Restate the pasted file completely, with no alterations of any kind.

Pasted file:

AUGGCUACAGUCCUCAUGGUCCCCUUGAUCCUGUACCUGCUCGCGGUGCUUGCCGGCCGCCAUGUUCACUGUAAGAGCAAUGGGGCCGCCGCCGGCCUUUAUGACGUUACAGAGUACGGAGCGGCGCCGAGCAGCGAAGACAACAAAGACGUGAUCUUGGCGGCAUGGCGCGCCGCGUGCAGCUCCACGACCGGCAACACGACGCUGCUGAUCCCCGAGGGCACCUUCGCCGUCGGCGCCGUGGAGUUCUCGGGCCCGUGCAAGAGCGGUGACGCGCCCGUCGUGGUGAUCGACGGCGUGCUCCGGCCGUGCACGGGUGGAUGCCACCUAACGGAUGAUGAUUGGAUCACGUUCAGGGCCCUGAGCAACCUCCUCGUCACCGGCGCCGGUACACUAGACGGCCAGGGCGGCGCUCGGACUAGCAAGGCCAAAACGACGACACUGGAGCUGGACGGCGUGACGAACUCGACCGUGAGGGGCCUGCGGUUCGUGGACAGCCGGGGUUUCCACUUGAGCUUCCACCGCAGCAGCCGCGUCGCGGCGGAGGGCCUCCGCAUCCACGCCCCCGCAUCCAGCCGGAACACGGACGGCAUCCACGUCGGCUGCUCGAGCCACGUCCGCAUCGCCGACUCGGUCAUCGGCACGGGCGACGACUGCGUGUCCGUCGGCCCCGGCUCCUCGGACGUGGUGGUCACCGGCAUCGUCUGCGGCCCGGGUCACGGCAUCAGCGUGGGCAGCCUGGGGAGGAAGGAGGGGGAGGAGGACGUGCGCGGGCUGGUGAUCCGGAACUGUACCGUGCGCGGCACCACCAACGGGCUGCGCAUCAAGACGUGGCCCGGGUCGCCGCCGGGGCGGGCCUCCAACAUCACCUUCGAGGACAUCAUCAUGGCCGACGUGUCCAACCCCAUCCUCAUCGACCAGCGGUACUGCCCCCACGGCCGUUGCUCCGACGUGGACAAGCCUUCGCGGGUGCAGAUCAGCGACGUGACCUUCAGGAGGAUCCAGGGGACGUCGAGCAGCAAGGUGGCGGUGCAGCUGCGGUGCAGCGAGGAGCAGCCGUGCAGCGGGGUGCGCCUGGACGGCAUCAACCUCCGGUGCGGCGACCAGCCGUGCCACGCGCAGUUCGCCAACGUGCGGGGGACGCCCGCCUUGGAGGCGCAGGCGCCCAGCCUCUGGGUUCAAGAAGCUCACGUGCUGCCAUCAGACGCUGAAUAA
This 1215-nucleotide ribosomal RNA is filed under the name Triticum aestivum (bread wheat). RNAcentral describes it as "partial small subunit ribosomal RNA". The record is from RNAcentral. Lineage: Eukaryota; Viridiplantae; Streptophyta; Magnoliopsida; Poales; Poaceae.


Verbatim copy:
AUGGCUACAGUCCUCAUGGUCCCCUUGAUCCUGUACCUGCUCGCGGUGCUUGCCGGCCGCCAUGUUCACUGUAAGAGCAAUGGGGCCGCCGCCGGCCUUUAUGACGUUACAGAGUACGGAGCGGCGCCGAGCAGCGAAGACAACAAAGACGUGAUCUUGGCGGCAUGGCGCGCCGCGUGCAGCUCCACGACCGGCAACACGACGCUGCUGAUCCCCGAGGGCACCUUCGCCGUCGGCGCCGUGGAGUUCUCGGGCCCGUGCAAGAGCGGUGACGCGCCCGUCGUGGUGAUCGACGGCGUGCUCCGGCCGUGCACGGGUGGAUGCCACCUAACGGAUGAUGAUUGGAUCACGUUCAGGGCCCUGAGCAACCUCCUCGUCACCGGCGCCGGUACACUAGACGGCCAGGGCGGCGCUCGGACUAGCAAGGCCAAAACGACGACACUGGAGCUGGACGGCGUGACGAACUCGACCGUGAGGGGCCUGCGGUUCGUGGACAGCCGGGGUUUCCACUUGAGCUUCCACCGCAGCAGCCGCGUCGCGGCGGAGGGCCUCCGCAUCCACGCCCCCGCAUCCAGCCGGAACACGGACGGCAUCCACGUCGGCUGCUCGAGCCACGUCCGCAUCGCCGACUCGGUCAUCGGCACGGGCGACGACUGCGUGUCCGUCGGCCCCGGCUCCUCGGACGUGGUGGUCACCGGCAUCGUCUGCGGCCCGGGUCACGGCAUCAGCGUGGGCAGCCUGGGGAGGAAGGAGGGGGAGGAGGACGUGCGCGGGCUGGUGAUCCGGAACUGUACCGUGCGCGGCACCACCAACGGGCUGCGCAUCAAGACGUGGCCCGGGUCGCCGCCGGGGCGGGCCUCCAACAUCACCUUCGAGGACAUCAUCAUGGCCGACGUGUCCAACCCCAUCCUCAUCGACCAGCGGUACUGCCCCCACGGCCGUUGCUCCGACGUGGACAAGCCUUCGCGGGUGCAGAUCAGCGACGUGACCUUCAGGAGGAUCCAGGGGACGUCGAGCAGCAAGGUGGCGGUGCAGCUGCGGUGCAGCGAGGAGCAGCCGUGCAGCGGGGUGCGCCUGGACGGCAUCAACCUCCGGUGCGGCGACCAGCCGUGCCACGCGCAGUUCGCCAACGUGCGGGGGACGCCCGCCUUGGAGGCGCAGGCGCCCAGCCUCUGGGUUCAAGAAGCUCACGUGCUGCCAUCAGACGCUGAAUAA
This 1215-nucleotide ribosomal RNA is filed under the name Triticum aestivum (bread wheat). RNAcentral describes it as "partial small subunit ribosomal RNA". The record is from RNAcentral. Lineage: Eukaryota; Viridiplantae; Streptophyta; Magnoliopsida; Poales; Poaceae.